On the whole, we have a muddle in which many suffer, unavoidably or otherwise. Cardinal Kasper, explicitly, and Pope Francis, implicitly by way of supporting church leaders sometimes even more radical than Kasper, propose that we declare God to be so `merciful’ as to discard all claims of justice, all demands of the rules which are part of Biblical or natural revelation. This is said to be a way of easing pain, as if neither man had ever known of the claims of Christians and others that the pains of a well-formed, or even partially formed, conscience in a sinful man or woman can be greater than even the pains of desires denied; and those pains of conscience might well be the salvation of many a sinner. Jesus didn’t say to the woman accused of harlotry: “Go and feel okay about your behavior.” He said: “Go and sin no more.” Jesus offered mercy to sinners who repent, not affirmation of their sinful behavior.
If God had wanted us to be perfect in this world, He would have created a different world in which creatures other than human beings would have lived. Instead, He created a world of evolutionary and developmental processes in which human beings have evolved and developed, and still do so. We typically struggle with the various sorts of imperfections inherent in such processes.
For the most part, we should aim at a moral state which properly integrates us into the human communities which we wish to ultimately be part of. The description of such a state would be described by mathematicians as “global” while individual traits contributing to that global state would be “local”. This entire way of understanding complex entities in local and global terms needs to be properly re-formed to the purposes of more qualitative analyses (which re-formation has been partially done by mathematicians and others). For now, take “global” and “local” in an intuitive way and consider that they might seemingly conflict. Think of a literal globe. Each point on the surface of that globe lies on a tangent plane which is describable in Euclidean terms while the surface of the globe as a whole follows Elliptic geometry. We are left with interesting mathematical problems, quantitative/formal and qualitative, which might hint of more general problems: one such problem being the joining of each of point, or probably small region, to neighboring regions. Unity of the sort found in Jesus Christ is our goal and not just piece-wise perfection.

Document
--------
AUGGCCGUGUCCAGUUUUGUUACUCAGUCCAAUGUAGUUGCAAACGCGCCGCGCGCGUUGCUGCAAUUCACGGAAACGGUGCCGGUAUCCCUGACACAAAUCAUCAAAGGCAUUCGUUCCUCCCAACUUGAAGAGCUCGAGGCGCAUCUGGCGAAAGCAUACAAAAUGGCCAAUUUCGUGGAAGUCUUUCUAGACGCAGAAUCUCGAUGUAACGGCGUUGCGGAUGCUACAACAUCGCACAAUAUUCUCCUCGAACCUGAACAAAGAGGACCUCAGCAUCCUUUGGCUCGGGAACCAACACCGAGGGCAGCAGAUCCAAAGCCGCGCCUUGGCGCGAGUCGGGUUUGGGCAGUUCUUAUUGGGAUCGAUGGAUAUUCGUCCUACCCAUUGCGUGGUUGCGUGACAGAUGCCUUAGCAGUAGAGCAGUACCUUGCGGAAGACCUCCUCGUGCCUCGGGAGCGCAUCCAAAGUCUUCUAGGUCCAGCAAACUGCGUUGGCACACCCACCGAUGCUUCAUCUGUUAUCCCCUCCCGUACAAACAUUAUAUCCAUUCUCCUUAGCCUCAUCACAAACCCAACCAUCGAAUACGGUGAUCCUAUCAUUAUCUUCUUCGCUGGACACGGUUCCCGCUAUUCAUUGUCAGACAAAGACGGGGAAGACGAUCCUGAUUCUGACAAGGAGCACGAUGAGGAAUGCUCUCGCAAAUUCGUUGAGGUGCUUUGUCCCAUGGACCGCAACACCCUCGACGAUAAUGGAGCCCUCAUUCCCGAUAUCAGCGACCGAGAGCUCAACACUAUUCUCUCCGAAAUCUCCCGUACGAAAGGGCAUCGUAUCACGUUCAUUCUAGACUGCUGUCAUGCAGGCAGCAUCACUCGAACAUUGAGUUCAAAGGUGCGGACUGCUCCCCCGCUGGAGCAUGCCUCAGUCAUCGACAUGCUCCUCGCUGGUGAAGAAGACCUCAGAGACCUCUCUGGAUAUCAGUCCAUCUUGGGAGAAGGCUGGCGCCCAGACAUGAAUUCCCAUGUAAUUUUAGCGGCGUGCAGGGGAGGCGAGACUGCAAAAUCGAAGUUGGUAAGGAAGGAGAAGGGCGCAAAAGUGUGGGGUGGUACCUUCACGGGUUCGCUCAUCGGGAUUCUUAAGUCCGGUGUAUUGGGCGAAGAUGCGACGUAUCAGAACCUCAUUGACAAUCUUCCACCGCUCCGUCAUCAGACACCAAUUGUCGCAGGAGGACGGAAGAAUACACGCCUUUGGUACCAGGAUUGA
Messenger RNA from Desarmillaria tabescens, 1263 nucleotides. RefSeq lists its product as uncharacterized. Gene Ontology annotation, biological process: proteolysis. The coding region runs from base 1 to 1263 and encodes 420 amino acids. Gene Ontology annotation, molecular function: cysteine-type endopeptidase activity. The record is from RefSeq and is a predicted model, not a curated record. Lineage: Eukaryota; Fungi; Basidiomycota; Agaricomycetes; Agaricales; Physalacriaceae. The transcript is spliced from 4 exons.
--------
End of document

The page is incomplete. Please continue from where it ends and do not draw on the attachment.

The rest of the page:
This way of reasoning has frightened some mathematicians because of the implication of qualitative reasoning (in my terms: abstract being) which lies behind the quantitative or formally rigorous reasoning of traditional mathematics. We should not be afraid of what might be the most important revolution in human thought since the development of empirical reasoning, reasoning conditioned—though not imprisoned—by empirical reality.
The above are the issues raised by that ultimate constraint on what human beings, including popes and bishops and other religious leaders, might wish to believe: The Word of God is truth. God has spoken in the Ten Commandments and He has spoken in His actions as Creator. (To God, thoughts and feelings and acts are but one and indivisible.) It is reality which properly constrains us; we shouldn’t let ourselves be imprisoned by limited or defective human understandings of that reality, but we should honor tradition as being some sort of plausible understanding of that reality and possibly a fully valid understanding of some parts or aspects of that reality. If we modify tradition or reject parts of it, we should do so very carefully and for better reasons than to accord to the standards of a no-longer Christian civilization in decay or to avoid speaking difficult, pain-causing truths.